Bus stop blues

On my way home from work today, I stopped at a downtown bus stop and waited in line for the bus to arrive. A drunk man approached us, his gait uncertain, his sense of direction clearly not the only thing that was impaired. He spotted a blond-haired young woman and stood close to her, informing her, no doubt, of her many admirable physical qualities. I couldn’t hear what he was saying until she had moved away and he raised his voice to the rest of us. To the drunk man with the grey moustache, this is for you:

 

Because the city grips my throat and squeezes

the life out of me. I am waiting at a bus stop

next to a woman with long curls like waves down her back. And

a drunk man staggers to where she stands and proclaims

that she is a sunflower seed. When he is met with silence he

raises his voice like only a drunk man can. He asks if we

would prefer he built an atom bomb instead. As if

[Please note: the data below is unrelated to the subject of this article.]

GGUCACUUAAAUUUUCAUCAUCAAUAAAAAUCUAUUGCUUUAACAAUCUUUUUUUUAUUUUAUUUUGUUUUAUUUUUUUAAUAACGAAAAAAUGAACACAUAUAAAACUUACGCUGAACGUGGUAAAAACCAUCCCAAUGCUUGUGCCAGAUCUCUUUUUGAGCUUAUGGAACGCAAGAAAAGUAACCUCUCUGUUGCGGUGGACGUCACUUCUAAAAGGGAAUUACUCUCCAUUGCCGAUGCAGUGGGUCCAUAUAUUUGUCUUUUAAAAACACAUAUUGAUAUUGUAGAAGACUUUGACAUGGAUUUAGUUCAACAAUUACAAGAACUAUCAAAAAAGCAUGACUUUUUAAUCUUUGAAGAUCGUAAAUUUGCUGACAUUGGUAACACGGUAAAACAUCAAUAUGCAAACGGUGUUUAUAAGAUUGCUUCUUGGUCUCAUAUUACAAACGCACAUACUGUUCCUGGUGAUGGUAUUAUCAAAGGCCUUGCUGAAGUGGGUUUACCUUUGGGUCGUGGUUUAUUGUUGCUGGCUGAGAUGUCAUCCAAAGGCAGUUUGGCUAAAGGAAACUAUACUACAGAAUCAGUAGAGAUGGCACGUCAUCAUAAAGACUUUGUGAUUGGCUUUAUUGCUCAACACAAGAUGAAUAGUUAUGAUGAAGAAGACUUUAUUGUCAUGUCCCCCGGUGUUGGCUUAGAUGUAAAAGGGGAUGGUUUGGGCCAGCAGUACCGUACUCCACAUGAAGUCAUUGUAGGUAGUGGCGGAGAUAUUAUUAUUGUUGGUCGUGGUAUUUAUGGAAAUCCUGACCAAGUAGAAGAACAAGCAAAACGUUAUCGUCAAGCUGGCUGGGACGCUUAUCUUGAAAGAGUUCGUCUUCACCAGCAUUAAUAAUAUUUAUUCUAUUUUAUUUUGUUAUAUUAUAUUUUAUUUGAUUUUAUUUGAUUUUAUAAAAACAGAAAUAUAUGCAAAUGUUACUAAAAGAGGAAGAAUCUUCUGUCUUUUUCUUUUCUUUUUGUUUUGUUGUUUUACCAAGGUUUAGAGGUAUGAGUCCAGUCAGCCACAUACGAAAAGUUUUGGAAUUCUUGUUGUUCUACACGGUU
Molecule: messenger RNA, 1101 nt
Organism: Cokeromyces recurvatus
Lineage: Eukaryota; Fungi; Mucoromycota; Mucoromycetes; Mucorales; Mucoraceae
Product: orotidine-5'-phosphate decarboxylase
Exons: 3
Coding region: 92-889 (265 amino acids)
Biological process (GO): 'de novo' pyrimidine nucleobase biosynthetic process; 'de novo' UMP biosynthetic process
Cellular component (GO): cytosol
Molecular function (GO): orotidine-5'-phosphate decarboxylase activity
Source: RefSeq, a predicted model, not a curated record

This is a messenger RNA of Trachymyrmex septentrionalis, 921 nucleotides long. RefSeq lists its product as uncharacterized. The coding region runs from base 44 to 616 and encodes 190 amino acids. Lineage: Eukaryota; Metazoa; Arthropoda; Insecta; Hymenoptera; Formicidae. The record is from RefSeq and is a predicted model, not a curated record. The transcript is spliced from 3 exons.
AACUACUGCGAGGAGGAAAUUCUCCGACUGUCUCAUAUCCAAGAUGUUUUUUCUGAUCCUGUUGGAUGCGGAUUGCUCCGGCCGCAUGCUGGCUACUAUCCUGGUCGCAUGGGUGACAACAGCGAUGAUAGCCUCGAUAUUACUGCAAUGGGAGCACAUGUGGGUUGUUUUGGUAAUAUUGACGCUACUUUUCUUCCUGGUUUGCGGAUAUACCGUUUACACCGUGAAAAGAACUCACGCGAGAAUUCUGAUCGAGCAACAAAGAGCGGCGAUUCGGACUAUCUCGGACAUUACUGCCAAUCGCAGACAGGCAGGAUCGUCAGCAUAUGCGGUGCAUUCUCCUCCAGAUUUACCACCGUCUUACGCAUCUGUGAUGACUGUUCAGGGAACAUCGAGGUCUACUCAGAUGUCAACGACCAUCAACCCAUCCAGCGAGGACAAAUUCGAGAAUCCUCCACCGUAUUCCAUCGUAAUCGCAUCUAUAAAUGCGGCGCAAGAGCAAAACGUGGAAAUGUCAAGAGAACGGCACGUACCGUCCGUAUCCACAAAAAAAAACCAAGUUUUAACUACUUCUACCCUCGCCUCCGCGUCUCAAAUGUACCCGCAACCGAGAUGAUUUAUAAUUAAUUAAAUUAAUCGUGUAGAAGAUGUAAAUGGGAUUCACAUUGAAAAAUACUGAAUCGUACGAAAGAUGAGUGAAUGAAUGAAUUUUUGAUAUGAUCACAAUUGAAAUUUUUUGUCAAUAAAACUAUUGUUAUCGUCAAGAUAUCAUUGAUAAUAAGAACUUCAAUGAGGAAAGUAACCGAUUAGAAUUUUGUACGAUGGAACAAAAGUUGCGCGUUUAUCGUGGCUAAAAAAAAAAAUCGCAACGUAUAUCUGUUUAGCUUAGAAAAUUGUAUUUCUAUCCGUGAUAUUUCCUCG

those were his only options: harassing a young woman

and bombing the world to smithereens. I’d find it funny

if it weren’t for the ache I feel, like fingernails scratching

at the inside of my skin. The ugliness and desperation

in his voice, the plaintiff call of pain. Eventually the woman wanders away,

iPhone in hand. So does the man with the dirty moustache

and baggy jeans. We’re all relieved to see him go.

The No. 16 bus to 29th Station pulls up, and I amble on board,

flash my monthly bus pass to the surly driver,

and weave a path to the back of the bus, eager to pull out

the book I’m reading called why be happy when you can be normal?

by Jeanette Winterson. And I don’t have an answer.

But I can contemplate: this is why the middle class will never

ride public transit. It’s why I wrap myself in a plastic

blue raincoat before I climb on board. An indestructible

layer to keep the grime of reality at bay.

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